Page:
"This is as far as we're willing to go," said Jonathan Mayer, also a researcher with the Stanford CIS. He was referring to the group he called "privacy-leaning parties" who, he said, have compromised as much as they're going to.
Mayer and others argued that IE10, or any browser for that matter, should be allowed to set DNT as on by default, but gave in to keep the discussions on the standard moving. "Absolutely, browsers should be able to set a default. They set all kinds of defaults. But we, and I mean me and many of the others on the privacy-leaning side, did this to show how committed we are to DNT."
Mayer is also one of the two researchers who came up with the HTTP header concept that browsers use to communicate a user's DNT choice desire to websites.
An alternative to an automatic-on setting would be for a browser to display a dialog box the first time it's run, asking the user how he or she wants to set DNT.
At least two other browser vendors -- Mayer declined to name them -- have expressed interest in that concept, he said. "They're seriously thinking how they can position themselves against IE," Mayer said.
According to Mayer, that "first-run" option has been discussed by the DNT group, but not yet decided.
Also still up in the air is what websites and advertisers will be bound to do when they recognize IE10, assuming Microsoft does not change its mind on DNT and the default setting it has planned.
"We don't have agreement on what the ramifications are. Can ad networks ignore a tracking request from IE10?" Mayer said. "Google and Yahoo and Adobe said they should be able to ignore the header from IE10, but Mozilla and Apple have said that ad networks should not ignore it."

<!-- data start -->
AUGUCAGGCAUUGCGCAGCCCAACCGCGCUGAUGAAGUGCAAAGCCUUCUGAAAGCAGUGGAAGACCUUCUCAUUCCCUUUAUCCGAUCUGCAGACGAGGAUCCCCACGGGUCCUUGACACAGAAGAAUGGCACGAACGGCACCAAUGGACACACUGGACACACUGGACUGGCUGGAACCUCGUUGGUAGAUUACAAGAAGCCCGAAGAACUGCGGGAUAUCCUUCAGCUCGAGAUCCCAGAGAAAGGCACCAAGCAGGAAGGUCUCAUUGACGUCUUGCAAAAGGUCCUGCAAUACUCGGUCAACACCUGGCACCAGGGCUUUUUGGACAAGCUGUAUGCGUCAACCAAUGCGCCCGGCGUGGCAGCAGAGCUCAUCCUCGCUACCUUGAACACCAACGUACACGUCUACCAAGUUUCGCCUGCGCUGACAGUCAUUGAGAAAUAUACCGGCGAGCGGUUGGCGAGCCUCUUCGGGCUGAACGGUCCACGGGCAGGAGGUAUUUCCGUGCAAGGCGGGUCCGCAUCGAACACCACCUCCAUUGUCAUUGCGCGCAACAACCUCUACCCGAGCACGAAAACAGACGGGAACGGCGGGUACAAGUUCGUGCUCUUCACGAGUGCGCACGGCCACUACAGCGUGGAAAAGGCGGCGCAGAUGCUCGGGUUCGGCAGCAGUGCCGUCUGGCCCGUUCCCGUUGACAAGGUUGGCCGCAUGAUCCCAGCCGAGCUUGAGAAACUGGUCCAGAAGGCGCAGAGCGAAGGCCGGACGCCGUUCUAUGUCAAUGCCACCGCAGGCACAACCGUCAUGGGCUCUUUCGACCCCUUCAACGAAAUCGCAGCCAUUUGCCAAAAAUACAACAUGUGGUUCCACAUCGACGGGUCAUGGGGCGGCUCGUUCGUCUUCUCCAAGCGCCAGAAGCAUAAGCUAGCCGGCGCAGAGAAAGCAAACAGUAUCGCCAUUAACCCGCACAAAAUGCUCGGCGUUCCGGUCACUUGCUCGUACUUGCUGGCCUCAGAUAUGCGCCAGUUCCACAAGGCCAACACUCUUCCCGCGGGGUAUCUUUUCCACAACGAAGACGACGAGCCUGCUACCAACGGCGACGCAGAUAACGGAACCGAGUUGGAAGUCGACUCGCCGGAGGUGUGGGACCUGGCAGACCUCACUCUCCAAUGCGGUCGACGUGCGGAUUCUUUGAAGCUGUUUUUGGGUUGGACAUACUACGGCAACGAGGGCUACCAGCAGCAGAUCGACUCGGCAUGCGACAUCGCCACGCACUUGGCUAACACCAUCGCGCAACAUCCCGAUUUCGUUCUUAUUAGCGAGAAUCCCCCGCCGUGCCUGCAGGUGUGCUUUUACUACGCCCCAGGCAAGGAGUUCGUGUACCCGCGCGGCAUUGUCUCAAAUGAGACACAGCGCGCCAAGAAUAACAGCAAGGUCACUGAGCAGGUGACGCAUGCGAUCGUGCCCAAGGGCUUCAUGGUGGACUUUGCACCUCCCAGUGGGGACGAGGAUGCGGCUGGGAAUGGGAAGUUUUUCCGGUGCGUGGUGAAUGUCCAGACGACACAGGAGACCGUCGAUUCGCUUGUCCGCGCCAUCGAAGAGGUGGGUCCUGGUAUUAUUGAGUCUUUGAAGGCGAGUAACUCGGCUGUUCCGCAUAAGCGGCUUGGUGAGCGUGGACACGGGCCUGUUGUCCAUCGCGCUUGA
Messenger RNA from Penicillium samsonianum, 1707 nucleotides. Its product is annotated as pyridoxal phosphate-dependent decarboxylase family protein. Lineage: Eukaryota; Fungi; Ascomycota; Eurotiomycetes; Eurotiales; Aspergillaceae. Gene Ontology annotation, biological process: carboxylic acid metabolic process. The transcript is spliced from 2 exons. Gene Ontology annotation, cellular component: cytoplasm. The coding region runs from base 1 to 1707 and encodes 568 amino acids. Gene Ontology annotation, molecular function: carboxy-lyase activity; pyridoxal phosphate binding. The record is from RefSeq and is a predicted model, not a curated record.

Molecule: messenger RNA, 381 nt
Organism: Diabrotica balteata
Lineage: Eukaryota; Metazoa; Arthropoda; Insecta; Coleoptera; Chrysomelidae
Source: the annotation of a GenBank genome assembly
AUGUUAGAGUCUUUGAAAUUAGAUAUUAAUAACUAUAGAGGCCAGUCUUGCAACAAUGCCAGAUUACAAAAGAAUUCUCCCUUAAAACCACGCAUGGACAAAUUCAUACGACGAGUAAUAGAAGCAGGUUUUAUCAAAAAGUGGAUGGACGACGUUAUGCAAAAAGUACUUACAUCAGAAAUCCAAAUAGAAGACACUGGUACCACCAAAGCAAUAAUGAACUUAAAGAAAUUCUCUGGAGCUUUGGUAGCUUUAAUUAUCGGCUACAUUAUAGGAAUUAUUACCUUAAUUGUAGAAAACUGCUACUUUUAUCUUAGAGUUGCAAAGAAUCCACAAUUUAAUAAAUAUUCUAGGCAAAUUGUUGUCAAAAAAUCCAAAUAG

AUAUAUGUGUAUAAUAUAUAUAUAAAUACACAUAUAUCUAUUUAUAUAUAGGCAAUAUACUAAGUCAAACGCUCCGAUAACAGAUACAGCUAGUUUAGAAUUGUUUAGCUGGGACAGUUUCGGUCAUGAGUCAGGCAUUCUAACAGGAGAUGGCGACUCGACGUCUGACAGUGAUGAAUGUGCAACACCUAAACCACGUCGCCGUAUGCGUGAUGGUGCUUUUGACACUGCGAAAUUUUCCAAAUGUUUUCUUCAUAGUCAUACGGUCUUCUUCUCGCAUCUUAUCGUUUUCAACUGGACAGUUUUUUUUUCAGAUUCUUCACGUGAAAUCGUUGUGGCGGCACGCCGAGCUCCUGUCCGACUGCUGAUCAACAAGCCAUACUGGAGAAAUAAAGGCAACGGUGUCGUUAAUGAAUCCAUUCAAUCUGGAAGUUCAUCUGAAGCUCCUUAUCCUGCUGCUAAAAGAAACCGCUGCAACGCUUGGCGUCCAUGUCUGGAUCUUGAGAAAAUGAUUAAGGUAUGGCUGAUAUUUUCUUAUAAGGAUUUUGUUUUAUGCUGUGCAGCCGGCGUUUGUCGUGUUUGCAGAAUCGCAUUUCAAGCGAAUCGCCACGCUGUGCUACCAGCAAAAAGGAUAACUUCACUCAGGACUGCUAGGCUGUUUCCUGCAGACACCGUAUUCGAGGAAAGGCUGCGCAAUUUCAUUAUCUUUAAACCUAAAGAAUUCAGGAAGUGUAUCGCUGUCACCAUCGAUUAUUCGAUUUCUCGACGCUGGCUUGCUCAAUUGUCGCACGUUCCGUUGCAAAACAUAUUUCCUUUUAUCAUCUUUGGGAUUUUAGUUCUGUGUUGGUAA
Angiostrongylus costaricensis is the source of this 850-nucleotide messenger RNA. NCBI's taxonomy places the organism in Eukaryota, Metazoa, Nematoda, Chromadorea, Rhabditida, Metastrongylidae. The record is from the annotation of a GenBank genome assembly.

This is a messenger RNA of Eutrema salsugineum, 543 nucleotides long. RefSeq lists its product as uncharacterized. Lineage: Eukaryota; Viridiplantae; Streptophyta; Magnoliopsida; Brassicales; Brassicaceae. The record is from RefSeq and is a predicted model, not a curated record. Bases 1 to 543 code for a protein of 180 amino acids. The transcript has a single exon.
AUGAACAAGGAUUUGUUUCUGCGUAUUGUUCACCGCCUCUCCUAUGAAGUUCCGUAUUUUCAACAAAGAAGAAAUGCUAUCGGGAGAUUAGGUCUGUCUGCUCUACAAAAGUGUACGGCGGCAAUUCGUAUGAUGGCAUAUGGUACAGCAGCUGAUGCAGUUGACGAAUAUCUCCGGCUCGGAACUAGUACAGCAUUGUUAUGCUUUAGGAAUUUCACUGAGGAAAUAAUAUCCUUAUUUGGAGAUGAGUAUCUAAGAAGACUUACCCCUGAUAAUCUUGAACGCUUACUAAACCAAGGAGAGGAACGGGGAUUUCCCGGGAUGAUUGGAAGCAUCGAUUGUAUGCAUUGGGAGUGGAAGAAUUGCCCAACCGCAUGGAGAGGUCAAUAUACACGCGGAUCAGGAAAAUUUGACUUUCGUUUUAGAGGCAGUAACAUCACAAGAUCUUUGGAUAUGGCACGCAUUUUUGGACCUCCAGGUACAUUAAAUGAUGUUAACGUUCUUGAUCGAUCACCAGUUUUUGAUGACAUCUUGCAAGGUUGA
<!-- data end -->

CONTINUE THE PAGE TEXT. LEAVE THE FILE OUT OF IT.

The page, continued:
Microsoft was not available for comment on the W3C draft specification that would bar it from advertising IE10 as compliant with DNT.
Mozilla also did not reply to questions related to the ongoing discussions of the W3C group.
Microsoft has not said when it will ship a final version of IE10 -- apparently that will not happen until Windows 8 launches later this year -- but enabled the DNT signal with the sixth early build of the browser that was bundled with Windows 8 Release Preview. That sneak peek debuted a week ago today and is available for free downloading from Microsoft's website.
Gregg Keizer covers Microsoft, security issues, Apple, Web browsers and general technology breaking news for Computerworld. Follow Gregg on Twitter at @gkeizer, on Google+, or subscribe to Gregg's RSS feed. His e-mail address is firstname.lastname@example.org. See more articles by Gregg Keizer.
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